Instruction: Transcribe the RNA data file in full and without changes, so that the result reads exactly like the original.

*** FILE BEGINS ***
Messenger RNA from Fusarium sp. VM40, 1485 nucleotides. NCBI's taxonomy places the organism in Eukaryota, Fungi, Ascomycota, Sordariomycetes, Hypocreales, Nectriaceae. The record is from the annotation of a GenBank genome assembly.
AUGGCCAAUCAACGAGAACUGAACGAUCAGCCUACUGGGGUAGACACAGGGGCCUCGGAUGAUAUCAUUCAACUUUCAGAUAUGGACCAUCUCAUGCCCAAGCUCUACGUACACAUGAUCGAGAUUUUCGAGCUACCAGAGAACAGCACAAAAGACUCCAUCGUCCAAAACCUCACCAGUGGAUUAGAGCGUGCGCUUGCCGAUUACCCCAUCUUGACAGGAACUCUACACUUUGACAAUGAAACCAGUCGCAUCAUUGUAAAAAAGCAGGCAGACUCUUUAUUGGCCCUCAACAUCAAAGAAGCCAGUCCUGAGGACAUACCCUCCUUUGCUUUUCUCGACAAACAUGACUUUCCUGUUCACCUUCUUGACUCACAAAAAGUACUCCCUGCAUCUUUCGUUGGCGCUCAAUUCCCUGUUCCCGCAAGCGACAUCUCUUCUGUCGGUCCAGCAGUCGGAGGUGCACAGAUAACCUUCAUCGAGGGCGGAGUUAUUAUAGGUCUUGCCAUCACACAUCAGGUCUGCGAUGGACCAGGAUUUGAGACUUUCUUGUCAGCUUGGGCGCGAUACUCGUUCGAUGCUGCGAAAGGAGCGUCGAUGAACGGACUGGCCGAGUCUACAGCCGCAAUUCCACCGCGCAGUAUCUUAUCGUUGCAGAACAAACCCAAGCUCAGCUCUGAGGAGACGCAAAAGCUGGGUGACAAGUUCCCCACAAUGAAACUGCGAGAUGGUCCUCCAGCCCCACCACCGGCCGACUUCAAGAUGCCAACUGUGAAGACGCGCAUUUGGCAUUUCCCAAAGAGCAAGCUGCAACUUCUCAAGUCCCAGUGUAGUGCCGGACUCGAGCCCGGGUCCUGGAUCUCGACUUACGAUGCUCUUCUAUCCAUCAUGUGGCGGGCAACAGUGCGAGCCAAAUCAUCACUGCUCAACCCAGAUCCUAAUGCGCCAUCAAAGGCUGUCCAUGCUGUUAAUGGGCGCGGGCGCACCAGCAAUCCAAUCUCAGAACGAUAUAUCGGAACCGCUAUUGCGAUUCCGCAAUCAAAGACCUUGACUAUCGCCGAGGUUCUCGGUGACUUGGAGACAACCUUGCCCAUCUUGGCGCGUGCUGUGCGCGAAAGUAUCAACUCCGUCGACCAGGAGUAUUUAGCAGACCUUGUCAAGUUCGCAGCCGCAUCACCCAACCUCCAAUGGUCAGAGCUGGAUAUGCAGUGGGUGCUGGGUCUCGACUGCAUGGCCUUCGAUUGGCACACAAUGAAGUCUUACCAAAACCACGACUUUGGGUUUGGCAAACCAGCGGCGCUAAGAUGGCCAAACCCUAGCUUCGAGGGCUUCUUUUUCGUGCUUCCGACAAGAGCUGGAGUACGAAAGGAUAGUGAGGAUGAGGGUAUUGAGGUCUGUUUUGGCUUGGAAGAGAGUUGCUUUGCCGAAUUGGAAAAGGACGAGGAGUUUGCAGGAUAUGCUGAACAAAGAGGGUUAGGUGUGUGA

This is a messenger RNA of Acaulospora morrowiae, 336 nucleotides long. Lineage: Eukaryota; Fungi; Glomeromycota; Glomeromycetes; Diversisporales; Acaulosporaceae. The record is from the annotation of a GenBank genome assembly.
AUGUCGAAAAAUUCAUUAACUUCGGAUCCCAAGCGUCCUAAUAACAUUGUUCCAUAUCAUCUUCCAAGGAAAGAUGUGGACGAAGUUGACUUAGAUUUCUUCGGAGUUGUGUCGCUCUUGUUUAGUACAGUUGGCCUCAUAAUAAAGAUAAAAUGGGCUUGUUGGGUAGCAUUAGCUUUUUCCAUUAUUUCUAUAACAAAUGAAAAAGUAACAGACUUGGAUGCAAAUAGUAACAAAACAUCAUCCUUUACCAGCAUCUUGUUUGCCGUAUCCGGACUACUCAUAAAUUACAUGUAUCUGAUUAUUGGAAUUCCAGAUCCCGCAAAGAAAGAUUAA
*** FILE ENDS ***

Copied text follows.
Messenger RNA from Fusarium sp. VM40, 1485 nucleotides. NCBI's taxonomy places the organism in Eukaryota, Fungi, Ascomycota, Sordariomycetes, Hypocreales, Nectriaceae. The record is from the annotation of a GenBank genome assembly.
AUGGCCAAUCAACGAGAACUGAACGAUCAGCCUACUGGGGUAGACACAGGGGCCUCGGAUGAUAUCAUUCAACUUUCAGAUAUGGACCAUCUCAUGCCCAAGCUCUACGUACACAUGAUCGAGAUUUUCGAGCUACCAGAGAACAGCACAAAAGACUCCAUCGUCCAAAACCUCACCAGUGGAUUAGAGCGUGCGCUUGCCGAUUACCCCAUCUUGACAGGAACUCUACACUUUGACAAUGAAACCAGUCGCAUCAUUGUAAAAAAGCAGGCAGACUCUUUAUUGGCCCUCAACAUCAAAGAAGCCAGUCCUGAGGACAUACCCUCCUUUGCUUUUCUCGACAAACAUGACUUUCCUGUUCACCUUCUUGACUCACAAAAAGUACUCCCUGCAUCUUUCGUUGGCGCUCAAUUCCCUGUUCCCGCAAGCGACAUCUCUUCUGUCGGUCCAGCAGUCGGAGGUGCACAGAUAACCUUCAUCGAGGGCGGAGUUAUUAUAGGUCUUGCCAUCACACAUCAGGUCUGCGAUGGACCAGGAUUUGAGACUUUCUUGUCAGCUUGGGCGCGAUACUCGUUCGAUGCUGCGAAAGGAGCGUCGAUGAACGGACUGGCCGAGUCUACAGCCGCAAUUCCACCGCGCAGUAUCUUAUCGUUGCAGAACAAACCCAAGCUCAGCUCUGAGGAGACGCAAAAGCUGGGUGACAAGUUCCCCACAAUGAAACUGCGAGAUGGUCCUCCAGCCCCACCACCGGCCGACUUCAAGAUGCCAACUGUGAAGACGCGCAUUUGGCAUUUCCCAAAGAGCAAGCUGCAACUUCUCAAGUCCCAGUGUAGUGCCGGACUCGAGCCCGGGUCCUGGAUCUCGACUUACGAUGCUCUUCUAUCCAUCAUGUGGCGGGCAACAGUGCGAGCCAAAUCAUCACUGCUCAACCCAGAUCCUAAUGCGCCAUCAAAGGCUGUCCAUGCUGUUAAUGGGCGCGGGCGCACCAGCAAUCCAAUCUCAGAACGAUAUAUCGGAACCGCUAUUGCGAUUCCGCAAUCAAAGACCUUGACUAUCGCCGAGGUUCUCGGUGACUUGGAGACAACCUUGCCCAUCUUGGCGCGUGCUGUGCGCGAAAGUAUCAACUCCGUCGACCAGGAGUAUUUAGCAGACCUUGUCAAGUUCGCAGCCGCAUCACCCAACCUCCAAUGGUCAGAGCUGGAUAUGCAGUGGGUGCUGGGUCUCGACUGCAUGGCCUUCGAUUGGCACACAAUGAAGUCUUACCAAAACCACGACUUUGGGUUUGGCAAACCAGCGGCGCUAAGAUGGCCAAACCCUAGCUUCGAGGGCUUCUUUUUCGUGCUUCCGACAAGAGCUGGAGUACGAAAGGAUAGUGAGGAUGAGGGUAUUGAGGUCUGUUUUGGCUUGGAAGAGAGUUGCUUUGCCGAAUUGGAAAAGGACGAGGAGUUUGCAGGAUAUGCUGAACAAAGAGGGUUAGGUGUGUGA

This is a messenger RNA of Acaulospora morrowiae, 336 nucleotides long. Lineage: Eukaryota; Fungi; Glomeromycota; Glomeromycetes; Diversisporales; Acaulosporaceae. The record is from the annotation of a GenBank genome assembly.
AUGUCGAAAAAUUCAUUAACUUCGGAUCCCAAGCGUCCUAAUAACAUUGUUCCAUAUCAUCUUCCAAGGAAAGAUGUGGACGAAGUUGACUUAGAUUUCUUCGGAGUUGUGUCGCUCUUGUUUAGUACAGUUGGCCUCAUAAUAAAGAUAAAAUGGGCUUGUUGGGUAGCAUUAGCUUUUUCCAUUAUUUCUAUAACAAAUGAAAAAGUAACAGACUUGGAUGCAAAUAGUAACAAAACAUCAUCCUUUACCAGCAUCUUGUUUGCCGUAUCCGGACUACUCAUAAAUUACAUGUAUCUGAUUAUUGGAAUUCCAGAUCCCGCAAAGAAAGAUUAA